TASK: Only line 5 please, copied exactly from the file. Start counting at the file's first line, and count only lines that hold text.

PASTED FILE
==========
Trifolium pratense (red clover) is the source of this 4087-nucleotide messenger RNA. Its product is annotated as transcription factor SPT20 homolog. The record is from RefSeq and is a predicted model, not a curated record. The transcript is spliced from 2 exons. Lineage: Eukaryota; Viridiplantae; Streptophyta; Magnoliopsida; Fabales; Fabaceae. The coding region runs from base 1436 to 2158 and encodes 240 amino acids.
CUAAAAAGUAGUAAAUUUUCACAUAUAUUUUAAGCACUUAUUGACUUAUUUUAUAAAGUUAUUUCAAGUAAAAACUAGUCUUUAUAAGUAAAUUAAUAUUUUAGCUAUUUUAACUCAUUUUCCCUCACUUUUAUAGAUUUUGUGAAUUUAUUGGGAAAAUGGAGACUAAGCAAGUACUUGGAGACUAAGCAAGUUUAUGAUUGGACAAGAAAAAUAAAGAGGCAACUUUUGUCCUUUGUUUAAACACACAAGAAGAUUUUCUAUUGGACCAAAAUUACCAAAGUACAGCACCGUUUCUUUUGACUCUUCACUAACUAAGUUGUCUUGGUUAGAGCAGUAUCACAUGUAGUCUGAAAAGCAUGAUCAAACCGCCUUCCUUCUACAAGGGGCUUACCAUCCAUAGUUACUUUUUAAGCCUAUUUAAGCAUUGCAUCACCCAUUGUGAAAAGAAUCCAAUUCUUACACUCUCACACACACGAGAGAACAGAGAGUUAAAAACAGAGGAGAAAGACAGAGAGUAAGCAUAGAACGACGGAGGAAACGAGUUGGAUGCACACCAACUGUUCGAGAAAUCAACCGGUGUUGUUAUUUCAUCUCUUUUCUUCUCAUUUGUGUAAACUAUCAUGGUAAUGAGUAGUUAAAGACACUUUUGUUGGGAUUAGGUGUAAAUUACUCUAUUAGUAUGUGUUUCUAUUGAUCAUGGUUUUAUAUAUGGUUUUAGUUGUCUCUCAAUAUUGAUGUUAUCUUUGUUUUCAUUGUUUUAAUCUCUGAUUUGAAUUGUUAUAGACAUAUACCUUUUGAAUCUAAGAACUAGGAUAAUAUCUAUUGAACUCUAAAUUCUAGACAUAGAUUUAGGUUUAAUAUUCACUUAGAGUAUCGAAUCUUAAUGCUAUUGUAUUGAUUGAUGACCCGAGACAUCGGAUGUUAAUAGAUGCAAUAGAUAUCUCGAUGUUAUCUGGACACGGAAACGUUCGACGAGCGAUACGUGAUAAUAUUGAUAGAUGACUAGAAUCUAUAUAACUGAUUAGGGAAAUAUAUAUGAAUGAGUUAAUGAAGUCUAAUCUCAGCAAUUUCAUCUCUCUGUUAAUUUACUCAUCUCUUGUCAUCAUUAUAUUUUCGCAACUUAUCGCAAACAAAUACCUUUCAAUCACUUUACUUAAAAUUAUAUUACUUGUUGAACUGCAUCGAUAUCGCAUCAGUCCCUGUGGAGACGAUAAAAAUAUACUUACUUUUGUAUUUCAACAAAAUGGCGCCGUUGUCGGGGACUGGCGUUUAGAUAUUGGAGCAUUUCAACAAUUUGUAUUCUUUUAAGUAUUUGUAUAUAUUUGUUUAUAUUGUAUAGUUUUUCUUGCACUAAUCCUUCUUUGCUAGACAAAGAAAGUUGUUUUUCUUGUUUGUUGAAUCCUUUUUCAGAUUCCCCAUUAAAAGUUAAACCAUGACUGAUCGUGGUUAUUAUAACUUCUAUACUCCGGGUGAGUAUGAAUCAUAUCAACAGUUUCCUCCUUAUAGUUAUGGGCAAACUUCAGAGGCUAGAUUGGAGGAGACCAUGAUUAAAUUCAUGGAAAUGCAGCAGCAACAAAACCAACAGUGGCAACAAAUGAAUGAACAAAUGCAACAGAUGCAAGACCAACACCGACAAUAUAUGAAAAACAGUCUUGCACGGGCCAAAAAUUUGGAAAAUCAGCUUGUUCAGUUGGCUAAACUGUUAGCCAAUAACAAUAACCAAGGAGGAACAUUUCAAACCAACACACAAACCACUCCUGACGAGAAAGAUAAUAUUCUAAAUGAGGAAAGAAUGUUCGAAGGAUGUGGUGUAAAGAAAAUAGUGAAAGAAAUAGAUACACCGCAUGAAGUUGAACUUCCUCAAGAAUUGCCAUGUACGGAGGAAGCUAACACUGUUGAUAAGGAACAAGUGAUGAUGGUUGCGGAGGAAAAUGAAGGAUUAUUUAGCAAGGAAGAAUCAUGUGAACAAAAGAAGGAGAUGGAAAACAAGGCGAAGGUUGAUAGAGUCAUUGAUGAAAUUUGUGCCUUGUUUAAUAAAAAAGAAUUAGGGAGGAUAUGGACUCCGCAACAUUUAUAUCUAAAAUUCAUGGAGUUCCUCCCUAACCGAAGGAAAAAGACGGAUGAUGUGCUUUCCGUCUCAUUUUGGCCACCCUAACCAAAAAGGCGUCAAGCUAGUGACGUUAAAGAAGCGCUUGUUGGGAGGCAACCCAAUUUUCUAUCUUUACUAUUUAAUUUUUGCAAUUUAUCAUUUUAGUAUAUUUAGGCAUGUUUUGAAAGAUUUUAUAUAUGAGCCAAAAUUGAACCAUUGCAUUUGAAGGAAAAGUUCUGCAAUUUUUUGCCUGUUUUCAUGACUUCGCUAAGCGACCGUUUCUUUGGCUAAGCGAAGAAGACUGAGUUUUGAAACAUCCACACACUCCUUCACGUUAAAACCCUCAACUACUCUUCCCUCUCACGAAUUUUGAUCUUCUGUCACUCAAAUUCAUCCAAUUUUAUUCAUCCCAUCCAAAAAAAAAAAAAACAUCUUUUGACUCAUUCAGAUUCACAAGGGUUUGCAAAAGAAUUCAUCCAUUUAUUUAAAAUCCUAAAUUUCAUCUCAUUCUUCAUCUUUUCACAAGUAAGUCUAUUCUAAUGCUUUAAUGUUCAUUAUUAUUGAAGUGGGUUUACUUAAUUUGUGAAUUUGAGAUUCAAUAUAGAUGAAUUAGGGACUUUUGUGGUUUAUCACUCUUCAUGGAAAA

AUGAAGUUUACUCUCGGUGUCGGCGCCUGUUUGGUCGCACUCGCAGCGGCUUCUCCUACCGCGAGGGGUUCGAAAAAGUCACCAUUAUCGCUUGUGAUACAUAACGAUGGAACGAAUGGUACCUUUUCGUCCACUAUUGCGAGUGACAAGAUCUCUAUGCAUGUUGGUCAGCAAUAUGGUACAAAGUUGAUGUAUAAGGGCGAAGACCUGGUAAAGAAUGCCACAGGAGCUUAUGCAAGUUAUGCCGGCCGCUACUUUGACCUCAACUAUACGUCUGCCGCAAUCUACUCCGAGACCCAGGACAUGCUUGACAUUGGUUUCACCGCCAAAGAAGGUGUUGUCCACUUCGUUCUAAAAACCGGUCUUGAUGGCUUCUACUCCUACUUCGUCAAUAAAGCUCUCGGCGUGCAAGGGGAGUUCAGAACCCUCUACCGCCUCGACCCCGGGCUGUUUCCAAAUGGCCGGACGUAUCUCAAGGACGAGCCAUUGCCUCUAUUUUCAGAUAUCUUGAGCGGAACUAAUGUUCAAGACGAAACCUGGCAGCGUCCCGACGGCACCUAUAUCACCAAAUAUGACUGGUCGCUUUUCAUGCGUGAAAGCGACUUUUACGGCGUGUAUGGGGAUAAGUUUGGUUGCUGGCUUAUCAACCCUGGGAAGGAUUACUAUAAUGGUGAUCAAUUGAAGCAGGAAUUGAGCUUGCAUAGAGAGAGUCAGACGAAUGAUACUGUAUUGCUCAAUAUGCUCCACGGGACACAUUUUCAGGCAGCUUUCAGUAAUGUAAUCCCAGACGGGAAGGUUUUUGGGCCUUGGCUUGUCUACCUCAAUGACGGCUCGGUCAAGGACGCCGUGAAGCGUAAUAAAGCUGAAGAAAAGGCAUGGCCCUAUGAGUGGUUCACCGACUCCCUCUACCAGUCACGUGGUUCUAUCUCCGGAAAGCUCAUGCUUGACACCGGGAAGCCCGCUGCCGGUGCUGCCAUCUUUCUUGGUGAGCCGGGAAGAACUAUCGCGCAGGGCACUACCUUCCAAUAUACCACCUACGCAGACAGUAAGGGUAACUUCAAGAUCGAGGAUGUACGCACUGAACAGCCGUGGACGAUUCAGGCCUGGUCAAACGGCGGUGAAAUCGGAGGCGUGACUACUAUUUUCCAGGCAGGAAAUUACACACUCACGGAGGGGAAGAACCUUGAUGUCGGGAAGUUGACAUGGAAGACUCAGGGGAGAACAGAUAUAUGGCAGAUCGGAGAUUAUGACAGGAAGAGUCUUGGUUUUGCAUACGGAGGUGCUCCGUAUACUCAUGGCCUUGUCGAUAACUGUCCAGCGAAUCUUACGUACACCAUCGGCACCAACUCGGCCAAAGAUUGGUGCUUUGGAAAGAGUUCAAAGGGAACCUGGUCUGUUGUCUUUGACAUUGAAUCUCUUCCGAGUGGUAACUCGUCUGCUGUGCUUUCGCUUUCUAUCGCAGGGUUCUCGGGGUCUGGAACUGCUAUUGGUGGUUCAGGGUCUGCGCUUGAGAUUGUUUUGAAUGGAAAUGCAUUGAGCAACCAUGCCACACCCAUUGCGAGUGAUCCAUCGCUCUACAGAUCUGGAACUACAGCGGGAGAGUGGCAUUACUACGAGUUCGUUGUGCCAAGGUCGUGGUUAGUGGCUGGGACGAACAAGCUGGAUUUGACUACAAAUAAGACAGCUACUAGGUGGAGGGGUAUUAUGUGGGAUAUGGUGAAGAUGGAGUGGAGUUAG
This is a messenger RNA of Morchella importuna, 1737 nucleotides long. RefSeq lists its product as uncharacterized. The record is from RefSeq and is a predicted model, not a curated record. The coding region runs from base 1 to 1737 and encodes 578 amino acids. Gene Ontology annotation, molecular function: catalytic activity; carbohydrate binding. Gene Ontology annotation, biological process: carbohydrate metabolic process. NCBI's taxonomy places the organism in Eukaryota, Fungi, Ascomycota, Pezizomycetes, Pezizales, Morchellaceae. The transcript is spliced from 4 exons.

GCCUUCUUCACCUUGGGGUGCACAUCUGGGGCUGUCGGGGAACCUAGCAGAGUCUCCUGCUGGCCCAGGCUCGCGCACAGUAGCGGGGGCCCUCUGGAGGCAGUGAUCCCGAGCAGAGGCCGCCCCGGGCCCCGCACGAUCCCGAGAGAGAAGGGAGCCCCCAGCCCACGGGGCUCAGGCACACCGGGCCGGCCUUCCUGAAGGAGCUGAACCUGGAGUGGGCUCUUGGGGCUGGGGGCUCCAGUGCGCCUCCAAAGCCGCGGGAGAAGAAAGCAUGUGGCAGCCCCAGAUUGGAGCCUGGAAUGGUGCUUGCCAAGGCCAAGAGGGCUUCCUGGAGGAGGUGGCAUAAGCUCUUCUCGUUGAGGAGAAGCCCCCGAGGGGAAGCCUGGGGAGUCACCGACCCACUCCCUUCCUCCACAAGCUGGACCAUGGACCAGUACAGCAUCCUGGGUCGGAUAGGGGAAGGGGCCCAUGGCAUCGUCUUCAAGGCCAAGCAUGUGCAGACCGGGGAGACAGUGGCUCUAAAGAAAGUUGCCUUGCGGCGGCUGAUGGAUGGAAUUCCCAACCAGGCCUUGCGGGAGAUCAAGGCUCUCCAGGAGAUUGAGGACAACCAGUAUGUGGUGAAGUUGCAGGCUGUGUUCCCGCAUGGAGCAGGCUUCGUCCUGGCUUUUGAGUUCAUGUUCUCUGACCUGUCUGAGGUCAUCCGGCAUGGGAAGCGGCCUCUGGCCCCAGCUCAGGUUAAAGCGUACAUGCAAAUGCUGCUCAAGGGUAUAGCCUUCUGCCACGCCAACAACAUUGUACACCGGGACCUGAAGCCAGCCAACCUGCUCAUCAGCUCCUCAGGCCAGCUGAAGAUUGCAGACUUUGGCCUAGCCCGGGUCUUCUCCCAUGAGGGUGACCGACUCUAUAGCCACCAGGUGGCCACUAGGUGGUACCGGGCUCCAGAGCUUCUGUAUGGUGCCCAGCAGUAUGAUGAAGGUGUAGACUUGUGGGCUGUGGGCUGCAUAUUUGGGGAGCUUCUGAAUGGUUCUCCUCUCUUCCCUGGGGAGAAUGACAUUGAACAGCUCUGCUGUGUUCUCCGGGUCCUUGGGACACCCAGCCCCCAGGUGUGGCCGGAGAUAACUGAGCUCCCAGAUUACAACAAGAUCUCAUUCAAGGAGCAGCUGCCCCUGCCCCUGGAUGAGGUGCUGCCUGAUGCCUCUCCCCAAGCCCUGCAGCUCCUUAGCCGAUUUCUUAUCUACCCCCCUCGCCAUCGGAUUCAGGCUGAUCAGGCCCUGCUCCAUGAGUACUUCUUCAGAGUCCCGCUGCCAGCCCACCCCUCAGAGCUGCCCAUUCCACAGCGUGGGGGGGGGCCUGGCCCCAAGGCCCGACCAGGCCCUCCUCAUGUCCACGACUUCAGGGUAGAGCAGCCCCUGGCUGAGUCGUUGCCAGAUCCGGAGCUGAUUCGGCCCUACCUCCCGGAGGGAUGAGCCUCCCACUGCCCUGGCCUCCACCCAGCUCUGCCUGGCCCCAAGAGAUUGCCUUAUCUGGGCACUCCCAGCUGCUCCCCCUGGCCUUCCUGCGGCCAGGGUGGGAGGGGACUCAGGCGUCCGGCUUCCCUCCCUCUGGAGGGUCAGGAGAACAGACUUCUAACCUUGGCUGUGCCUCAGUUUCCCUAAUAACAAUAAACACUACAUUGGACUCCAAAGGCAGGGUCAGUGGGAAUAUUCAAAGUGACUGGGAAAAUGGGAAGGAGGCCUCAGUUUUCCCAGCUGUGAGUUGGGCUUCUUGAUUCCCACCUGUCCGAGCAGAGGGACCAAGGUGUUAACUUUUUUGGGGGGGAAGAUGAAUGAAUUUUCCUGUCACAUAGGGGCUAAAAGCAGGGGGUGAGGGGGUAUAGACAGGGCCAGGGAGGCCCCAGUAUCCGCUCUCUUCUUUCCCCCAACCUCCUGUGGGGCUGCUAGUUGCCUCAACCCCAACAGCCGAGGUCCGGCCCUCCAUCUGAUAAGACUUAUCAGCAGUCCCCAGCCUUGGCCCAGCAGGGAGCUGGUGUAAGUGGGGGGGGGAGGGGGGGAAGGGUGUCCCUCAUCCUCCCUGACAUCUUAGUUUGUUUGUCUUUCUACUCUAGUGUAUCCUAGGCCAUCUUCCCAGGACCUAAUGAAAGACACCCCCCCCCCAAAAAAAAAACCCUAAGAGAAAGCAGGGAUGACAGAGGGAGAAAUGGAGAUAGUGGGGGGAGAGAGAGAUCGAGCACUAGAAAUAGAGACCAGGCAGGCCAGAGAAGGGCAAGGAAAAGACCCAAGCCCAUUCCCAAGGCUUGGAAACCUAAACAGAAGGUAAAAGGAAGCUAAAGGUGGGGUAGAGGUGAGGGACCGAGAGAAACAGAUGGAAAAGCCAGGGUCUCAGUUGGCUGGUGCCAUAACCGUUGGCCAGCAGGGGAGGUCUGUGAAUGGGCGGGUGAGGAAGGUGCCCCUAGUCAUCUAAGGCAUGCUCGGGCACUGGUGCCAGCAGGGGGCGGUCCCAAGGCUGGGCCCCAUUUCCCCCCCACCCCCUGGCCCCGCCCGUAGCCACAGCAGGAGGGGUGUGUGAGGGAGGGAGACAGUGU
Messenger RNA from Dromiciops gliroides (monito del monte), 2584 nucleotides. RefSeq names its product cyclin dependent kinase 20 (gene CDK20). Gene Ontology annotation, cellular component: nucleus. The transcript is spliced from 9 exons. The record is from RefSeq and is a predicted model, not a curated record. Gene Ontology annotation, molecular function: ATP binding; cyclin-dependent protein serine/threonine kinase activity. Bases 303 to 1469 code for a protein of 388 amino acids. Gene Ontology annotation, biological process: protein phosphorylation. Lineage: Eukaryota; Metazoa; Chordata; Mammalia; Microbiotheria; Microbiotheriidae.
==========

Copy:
GCCUUCUUCACCUUGGGGUGCACAUCUGGGGCUGUCGGGGAACCUAGCAGAGUCUCCUGCUGGCCCAGGCUCGCGCACAGUAGCGGGGGCCCUCUGGAGGCAGUGAUCCCGAGCAGAGGCCGCCCCGGGCCCCGCACGAUCCCGAGAGAGAAGGGAGCCCCCAGCCCACGGGGCUCAGGCACACCGGGCCGGCCUUCCUGAAGGAGCUGAACCUGGAGUGGGCUCUUGGGGCUGGGGGCUCCAGUGCGCCUCCAAAGCCGCGGGAGAAGAAAGCAUGUGGCAGCCCCAGAUUGGAGCCUGGAAUGGUGCUUGCCAAGGCCAAGAGGGCUUCCUGGAGGAGGUGGCAUAAGCUCUUCUCGUUGAGGAGAAGCCCCCGAGGGGAAGCCUGGGGAGUCACCGACCCACUCCCUUCCUCCACAAGCUGGACCAUGGACCAGUACAGCAUCCUGGGUCGGAUAGGGGAAGGGGCCCAUGGCAUCGUCUUCAAGGCCAAGCAUGUGCAGACCGGGGAGACAGUGGCUCUAAAGAAAGUUGCCUUGCGGCGGCUGAUGGAUGGAAUUCCCAACCAGGCCUUGCGGGAGAUCAAGGCUCUCCAGGAGAUUGAGGACAACCAGUAUGUGGUGAAGUUGCAGGCUGUGUUCCCGCAUGGAGCAGGCUUCGUCCUGGCUUUUGAGUUCAUGUUCUCUGACCUGUCUGAGGUCAUCCGGCAUGGGAAGCGGCCUCUGGCCCCAGCUCAGGUUAAAGCGUACAUGCAAAUGCUGCUCAAGGGUAUAGCCUUCUGCCACGCCAACAACAUUGUACACCGGGACCUGAAGCCAGCCAACCUGCUCAUCAGCUCCUCAGGCCAGCUGAAGAUUGCAGACUUUGGCCUAGCCCGGGUCUUCUCCCAUGAGGGUGACCGACUCUAUAGCCACCAGGUGGCCACUAGGUGGUACCGGGCUCCAGAGCUUCUGUAUGGUGCCCAGCAGUAUGAUGAAGGUGUAGACUUGUGGGCUGUGGGCUGCAUAUUUGGGGAGCUUCUGAAUGGUUCUCCUCUCUUCCCUGGGGAGAAUGACAUUGAACAGCUCUGCUGUGUUCUCCGGGUCCUUGGGACACCCAGCCCCCAGGUGUGGCCGGAGAUAACUGAGCUCCCAGAUUACAACAAGAUCUCAUUCAAGGAGCAGCUGCCCCUGCCCCUGGAUGAGGUGCUGCCUGAUGCCUCUCCCCAAGCCCUGCAGCUCCUUAGCCGAUUUCUUAUCUACCCCCCUCGCCAUCGGAUUCAGGCUGAUCAGGCCCUGCUCCAUGAGUACUUCUUCAGAGUCCCGCUGCCAGCCCACCCCUCAGAGCUGCCCAUUCCACAGCGUGGGGGGGGGCCUGGCCCCAAGGCCCGACCAGGCCCUCCUCAUGUCCACGACUUCAGGGUAGAGCAGCCCCUGGCUGAGUCGUUGCCAGAUCCGGAGCUGAUUCGGCCCUACCUCCCGGAGGGAUGAGCCUCCCACUGCCCUGGCCUCCACCCAGCUCUGCCUGGCCCCAAGAGAUUGCCUUAUCUGGGCACUCCCAGCUGCUCCCCCUGGCCUUCCUGCGGCCAGGGUGGGAGGGGACUCAGGCGUCCGGCUUCCCUCCCUCUGGAGGGUCAGGAGAACAGACUUCUAACCUUGGCUGUGCCUCAGUUUCCCUAAUAACAAUAAACACUACAUUGGACUCCAAAGGCAGGGUCAGUGGGAAUAUUCAAAGUGACUGGGAAAAUGGGAAGGAGGCCUCAGUUUUCCCAGCUGUGAGUUGGGCUUCUUGAUUCCCACCUGUCCGAGCAGAGGGACCAAGGUGUUAACUUUUUUGGGGGGGAAGAUGAAUGAAUUUUCCUGUCACAUAGGGGCUAAAAGCAGGGGGUGAGGGGGUAUAGACAGGGCCAGGGAGGCCCCAGUAUCCGCUCUCUUCUUUCCCCCAACCUCCUGUGGGGCUGCUAGUUGCCUCAACCCCAACAGCCGAGGUCCGGCCCUCCAUCUGAUAAGACUUAUCAGCAGUCCCCAGCCUUGGCCCAGCAGGGAGCUGGUGUAAGUGGGGGGGGGAGGGGGGGAAGGGUGUCCCUCAUCCUCCCUGACAUCUUAGUUUGUUUGUCUUUCUACUCUAGUGUAUCCUAGGCCAUCUUCCCAGGACCUAAUGAAAGACACCCCCCCCCCAAAAAAAAAACCCUAAGAGAAAGCAGGGAUGACAGAGGGAGAAAUGGAGAUAGUGGGGGGAGAGAGAGAUCGAGCACUAGAAAUAGAGACCAGGCAGGCCAGAGAAGGGCAAGGAAAAGACCCAAGCCCAUUCCCAAGGCUUGGAAACCUAAACAGAAGGUAAAAGGAAGCUAAAGGUGGGGUAGAGGUGAGGGACCGAGAGAAACAGAUGGAAAAGCCAGGGUCUCAGUUGGCUGGUGCCAUAACCGUUGGCCAGCAGGGGAGGUCUGUGAAUGGGCGGGUGAGGAAGGUGCCCCUAGUCAUCUAAGGCAUGCUCGGGCACUGGUGCCAGCAGGGGGCGGUCCCAAGGCUGGGCCCCAUUUCCCCCCCACCCCCUGGCCCCGCCCGUAGCCACAGCAGGAGGGGUGUGUGAGGGAGGGAGACAGUGU